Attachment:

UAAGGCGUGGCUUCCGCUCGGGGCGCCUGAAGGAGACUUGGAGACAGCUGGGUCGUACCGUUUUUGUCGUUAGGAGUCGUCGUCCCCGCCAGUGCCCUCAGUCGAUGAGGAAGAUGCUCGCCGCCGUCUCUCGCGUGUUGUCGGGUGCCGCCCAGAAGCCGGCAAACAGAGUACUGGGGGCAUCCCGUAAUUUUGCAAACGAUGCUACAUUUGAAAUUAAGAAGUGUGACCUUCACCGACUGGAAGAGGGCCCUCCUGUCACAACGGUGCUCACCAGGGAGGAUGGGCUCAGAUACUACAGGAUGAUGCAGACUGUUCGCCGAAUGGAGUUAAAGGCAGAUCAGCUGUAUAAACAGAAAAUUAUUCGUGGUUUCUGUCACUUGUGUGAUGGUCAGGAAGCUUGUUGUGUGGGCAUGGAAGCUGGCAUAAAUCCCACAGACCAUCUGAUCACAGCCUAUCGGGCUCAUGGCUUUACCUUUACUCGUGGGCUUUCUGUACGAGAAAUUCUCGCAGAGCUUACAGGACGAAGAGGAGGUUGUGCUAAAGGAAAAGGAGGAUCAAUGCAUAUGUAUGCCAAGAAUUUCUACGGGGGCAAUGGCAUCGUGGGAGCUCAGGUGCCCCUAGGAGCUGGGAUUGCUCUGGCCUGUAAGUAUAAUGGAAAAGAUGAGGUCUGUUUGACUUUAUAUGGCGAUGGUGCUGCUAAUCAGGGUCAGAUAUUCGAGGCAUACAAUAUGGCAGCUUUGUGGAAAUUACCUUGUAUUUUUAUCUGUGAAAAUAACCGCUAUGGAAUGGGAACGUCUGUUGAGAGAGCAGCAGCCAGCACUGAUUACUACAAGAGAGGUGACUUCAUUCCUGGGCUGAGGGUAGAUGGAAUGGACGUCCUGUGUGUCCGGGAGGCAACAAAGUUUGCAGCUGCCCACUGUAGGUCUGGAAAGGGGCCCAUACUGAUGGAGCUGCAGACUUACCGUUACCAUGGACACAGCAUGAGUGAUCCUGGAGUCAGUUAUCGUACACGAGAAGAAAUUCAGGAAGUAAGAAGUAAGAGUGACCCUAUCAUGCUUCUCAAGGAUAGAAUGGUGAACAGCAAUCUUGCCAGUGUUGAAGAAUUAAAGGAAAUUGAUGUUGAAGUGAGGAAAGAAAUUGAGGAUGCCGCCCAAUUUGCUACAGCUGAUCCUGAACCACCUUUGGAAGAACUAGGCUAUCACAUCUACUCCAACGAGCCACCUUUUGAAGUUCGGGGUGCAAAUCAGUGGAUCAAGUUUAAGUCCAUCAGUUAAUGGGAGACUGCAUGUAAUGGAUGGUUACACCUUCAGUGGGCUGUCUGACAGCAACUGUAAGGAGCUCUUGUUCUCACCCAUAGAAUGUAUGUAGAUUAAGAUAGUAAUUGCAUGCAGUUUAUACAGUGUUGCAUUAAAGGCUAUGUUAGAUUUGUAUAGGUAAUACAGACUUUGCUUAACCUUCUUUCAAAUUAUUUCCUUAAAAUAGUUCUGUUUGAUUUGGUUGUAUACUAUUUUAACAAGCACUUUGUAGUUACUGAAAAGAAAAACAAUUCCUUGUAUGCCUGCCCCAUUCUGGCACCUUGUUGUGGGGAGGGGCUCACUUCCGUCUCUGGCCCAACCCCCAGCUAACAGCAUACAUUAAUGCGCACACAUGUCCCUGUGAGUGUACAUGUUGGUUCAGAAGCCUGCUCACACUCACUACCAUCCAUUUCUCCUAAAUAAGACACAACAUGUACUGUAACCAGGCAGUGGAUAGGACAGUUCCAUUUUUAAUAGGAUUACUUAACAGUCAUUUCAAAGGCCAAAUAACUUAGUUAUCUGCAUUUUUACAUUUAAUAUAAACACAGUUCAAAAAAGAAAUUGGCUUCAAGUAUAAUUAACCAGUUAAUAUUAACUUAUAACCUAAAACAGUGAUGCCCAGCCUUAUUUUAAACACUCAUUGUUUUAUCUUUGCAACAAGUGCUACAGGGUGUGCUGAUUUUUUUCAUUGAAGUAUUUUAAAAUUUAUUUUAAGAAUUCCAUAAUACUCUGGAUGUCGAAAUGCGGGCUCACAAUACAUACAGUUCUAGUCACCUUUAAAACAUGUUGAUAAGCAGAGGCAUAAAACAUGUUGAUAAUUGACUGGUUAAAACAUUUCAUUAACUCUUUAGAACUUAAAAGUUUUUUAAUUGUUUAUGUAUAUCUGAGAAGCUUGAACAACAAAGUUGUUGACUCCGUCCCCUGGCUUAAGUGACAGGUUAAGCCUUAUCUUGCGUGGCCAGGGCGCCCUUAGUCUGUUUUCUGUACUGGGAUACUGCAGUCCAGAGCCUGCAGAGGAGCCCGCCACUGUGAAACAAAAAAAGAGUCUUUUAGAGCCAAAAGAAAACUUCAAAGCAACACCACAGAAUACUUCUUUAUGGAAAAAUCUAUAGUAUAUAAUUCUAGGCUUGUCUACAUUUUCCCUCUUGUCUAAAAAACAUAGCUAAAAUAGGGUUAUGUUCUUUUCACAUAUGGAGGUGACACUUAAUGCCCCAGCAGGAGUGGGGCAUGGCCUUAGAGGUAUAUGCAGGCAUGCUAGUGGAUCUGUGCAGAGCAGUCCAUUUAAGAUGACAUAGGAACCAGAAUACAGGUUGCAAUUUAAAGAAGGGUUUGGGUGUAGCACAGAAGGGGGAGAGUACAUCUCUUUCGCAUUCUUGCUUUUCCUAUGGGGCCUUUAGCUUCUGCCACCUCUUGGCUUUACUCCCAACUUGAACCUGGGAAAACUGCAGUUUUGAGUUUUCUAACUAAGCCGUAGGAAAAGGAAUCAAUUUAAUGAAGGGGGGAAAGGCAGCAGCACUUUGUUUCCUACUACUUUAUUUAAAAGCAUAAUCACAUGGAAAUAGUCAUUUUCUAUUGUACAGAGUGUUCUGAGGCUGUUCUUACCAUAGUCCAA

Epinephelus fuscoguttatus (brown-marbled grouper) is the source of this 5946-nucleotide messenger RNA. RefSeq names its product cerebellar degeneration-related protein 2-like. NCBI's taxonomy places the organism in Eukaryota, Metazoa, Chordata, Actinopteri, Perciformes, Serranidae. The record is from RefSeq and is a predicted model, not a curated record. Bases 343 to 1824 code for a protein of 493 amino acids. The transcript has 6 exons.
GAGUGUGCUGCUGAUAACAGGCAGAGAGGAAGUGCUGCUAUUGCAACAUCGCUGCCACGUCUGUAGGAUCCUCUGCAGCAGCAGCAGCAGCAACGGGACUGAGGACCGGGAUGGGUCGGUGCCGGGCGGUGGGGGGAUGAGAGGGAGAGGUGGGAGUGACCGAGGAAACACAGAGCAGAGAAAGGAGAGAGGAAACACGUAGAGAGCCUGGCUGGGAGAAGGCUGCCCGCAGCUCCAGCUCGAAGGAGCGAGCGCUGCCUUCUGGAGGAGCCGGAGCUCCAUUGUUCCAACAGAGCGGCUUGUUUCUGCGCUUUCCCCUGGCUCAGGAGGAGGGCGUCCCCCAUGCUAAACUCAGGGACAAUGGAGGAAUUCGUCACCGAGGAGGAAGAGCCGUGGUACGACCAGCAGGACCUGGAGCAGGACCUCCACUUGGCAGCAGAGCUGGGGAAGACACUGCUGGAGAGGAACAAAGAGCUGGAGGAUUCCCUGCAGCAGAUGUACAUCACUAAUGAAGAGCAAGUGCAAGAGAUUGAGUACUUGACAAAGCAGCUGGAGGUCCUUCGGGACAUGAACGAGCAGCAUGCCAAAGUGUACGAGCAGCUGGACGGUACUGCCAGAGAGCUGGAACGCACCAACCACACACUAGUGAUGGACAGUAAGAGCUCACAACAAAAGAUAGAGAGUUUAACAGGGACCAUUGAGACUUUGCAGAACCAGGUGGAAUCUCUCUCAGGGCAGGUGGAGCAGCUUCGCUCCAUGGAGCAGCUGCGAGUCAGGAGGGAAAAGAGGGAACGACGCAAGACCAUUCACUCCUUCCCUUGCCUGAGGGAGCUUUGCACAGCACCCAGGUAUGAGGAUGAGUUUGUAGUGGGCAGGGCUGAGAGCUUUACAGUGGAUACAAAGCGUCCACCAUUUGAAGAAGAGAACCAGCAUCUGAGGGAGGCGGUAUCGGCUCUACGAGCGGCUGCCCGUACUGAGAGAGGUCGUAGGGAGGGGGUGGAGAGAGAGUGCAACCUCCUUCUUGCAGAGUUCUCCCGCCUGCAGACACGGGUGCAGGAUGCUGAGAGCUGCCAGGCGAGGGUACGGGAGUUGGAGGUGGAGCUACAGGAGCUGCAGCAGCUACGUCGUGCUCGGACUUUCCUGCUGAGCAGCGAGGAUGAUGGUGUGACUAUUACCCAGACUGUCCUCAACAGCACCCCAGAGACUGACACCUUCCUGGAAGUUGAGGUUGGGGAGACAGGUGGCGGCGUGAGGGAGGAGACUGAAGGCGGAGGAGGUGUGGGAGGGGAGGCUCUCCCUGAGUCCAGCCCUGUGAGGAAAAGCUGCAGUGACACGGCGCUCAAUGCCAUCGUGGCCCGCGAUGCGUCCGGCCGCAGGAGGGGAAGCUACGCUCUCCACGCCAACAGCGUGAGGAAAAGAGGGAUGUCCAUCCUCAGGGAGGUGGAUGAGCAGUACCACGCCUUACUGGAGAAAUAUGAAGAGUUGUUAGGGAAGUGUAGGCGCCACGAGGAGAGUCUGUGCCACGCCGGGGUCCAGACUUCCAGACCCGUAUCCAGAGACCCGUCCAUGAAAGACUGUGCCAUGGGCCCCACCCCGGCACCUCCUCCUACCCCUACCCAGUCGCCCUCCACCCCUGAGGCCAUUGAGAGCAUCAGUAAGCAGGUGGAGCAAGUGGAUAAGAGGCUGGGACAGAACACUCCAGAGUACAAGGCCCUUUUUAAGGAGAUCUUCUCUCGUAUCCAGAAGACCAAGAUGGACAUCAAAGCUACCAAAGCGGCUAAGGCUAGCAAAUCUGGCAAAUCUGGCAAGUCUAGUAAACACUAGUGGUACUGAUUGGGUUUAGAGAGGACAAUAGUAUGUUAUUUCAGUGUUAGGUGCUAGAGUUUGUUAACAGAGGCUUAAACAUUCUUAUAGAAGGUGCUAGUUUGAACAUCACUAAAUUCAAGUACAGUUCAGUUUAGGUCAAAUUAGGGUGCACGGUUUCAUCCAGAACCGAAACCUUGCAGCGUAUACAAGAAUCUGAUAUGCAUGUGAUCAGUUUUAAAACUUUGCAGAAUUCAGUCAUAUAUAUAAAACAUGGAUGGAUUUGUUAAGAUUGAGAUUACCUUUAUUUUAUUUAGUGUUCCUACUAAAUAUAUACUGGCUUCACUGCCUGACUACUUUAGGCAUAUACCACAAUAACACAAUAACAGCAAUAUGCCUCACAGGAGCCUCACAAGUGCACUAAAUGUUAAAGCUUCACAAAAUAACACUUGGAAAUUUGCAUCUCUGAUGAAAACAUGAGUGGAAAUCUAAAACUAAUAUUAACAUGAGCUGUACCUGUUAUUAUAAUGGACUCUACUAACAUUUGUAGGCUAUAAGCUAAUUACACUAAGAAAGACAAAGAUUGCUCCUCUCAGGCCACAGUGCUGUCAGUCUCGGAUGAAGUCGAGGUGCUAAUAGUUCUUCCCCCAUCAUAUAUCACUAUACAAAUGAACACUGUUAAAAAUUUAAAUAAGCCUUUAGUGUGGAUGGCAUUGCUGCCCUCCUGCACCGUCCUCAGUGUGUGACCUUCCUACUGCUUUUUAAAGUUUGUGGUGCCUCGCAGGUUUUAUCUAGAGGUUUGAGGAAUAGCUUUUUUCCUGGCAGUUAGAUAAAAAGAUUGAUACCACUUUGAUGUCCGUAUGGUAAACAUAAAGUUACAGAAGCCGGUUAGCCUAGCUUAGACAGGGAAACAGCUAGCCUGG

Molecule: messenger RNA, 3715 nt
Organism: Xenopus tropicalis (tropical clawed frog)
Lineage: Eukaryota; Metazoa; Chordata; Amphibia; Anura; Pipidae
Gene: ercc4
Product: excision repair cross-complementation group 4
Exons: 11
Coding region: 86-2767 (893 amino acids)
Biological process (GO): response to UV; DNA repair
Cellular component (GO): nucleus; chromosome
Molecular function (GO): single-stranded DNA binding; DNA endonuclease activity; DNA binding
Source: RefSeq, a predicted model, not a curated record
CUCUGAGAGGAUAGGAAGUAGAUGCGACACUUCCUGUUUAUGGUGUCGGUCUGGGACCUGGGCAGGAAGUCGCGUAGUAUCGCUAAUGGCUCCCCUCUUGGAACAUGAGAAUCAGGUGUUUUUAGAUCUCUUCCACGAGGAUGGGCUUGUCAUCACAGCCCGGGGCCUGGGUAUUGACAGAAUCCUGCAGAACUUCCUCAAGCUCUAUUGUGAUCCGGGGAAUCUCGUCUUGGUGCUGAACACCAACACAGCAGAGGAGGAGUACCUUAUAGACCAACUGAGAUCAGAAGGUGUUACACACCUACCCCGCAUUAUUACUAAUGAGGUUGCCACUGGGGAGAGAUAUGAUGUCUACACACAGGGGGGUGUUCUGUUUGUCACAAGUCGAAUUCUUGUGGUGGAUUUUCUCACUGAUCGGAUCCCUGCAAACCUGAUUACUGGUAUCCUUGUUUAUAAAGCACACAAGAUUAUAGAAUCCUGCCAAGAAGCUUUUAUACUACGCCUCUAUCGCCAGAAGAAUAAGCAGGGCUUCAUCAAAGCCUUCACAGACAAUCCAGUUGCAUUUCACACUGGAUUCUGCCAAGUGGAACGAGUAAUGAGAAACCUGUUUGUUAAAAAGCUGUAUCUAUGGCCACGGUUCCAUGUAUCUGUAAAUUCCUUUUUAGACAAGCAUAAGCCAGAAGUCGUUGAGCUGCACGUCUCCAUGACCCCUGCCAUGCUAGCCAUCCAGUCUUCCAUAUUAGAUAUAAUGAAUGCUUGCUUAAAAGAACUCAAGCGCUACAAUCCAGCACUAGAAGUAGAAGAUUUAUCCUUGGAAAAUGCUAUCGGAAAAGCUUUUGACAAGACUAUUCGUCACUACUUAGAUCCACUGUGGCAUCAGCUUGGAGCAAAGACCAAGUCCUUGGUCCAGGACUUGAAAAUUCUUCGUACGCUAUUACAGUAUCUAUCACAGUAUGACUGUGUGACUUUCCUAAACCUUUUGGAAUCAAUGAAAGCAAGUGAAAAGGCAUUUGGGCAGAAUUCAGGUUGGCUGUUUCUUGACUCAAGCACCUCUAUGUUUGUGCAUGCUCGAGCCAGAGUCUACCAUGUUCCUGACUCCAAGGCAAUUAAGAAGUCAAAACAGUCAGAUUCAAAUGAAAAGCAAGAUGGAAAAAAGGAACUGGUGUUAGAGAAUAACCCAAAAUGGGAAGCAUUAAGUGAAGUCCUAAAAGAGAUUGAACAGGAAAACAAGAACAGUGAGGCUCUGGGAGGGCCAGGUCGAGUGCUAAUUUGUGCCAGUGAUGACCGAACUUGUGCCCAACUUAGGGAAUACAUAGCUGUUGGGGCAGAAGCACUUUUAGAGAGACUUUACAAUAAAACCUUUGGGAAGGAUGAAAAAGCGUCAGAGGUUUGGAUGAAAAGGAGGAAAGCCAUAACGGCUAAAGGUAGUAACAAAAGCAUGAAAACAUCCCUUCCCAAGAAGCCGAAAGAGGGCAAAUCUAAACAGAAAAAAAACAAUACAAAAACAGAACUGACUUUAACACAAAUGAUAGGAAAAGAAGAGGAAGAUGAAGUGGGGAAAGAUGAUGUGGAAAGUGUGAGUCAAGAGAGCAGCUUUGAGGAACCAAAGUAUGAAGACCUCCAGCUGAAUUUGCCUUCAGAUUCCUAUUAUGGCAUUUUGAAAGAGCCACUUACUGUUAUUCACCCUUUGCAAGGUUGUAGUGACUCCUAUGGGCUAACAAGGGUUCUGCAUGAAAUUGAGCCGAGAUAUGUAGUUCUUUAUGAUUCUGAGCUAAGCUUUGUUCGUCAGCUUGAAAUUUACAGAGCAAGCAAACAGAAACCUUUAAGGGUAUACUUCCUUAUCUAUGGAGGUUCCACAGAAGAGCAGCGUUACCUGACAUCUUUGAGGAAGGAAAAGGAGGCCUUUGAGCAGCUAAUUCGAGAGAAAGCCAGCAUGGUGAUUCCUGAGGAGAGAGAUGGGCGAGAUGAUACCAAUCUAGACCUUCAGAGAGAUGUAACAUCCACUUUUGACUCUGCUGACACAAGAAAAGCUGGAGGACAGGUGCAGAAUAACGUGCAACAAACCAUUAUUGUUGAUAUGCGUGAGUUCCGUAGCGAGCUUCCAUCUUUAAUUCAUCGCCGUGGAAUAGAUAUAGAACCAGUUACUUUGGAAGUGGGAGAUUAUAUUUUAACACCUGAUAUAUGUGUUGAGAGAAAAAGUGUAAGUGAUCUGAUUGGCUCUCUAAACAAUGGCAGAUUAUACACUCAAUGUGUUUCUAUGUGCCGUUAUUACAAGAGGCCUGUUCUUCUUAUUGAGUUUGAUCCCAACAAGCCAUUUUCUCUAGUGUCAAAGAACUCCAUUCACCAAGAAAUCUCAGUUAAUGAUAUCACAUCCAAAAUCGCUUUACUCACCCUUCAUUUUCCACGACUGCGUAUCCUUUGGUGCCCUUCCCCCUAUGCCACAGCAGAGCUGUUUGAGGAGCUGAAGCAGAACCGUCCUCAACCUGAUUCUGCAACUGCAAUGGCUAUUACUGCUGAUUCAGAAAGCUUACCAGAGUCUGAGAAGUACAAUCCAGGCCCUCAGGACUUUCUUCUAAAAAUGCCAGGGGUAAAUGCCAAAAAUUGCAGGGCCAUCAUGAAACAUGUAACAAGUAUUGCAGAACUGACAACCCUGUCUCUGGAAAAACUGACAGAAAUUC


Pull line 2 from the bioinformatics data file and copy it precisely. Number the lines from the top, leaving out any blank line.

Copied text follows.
Epinephelus fuscoguttatus (brown-marbled grouper) is the source of this 5946-nucleotide messenger RNA. RefSeq names its product cerebellar degeneration-related protein 2-like. NCBI's taxonomy places the organism in Eukaryota, Metazoa, Chordata, Actinopteri, Perciformes, Serranidae. The record is from RefSeq and is a predicted model, not a curated record. Bases 343 to 1824 code for a protein of 493 amino acids. The transcript has 6 exons.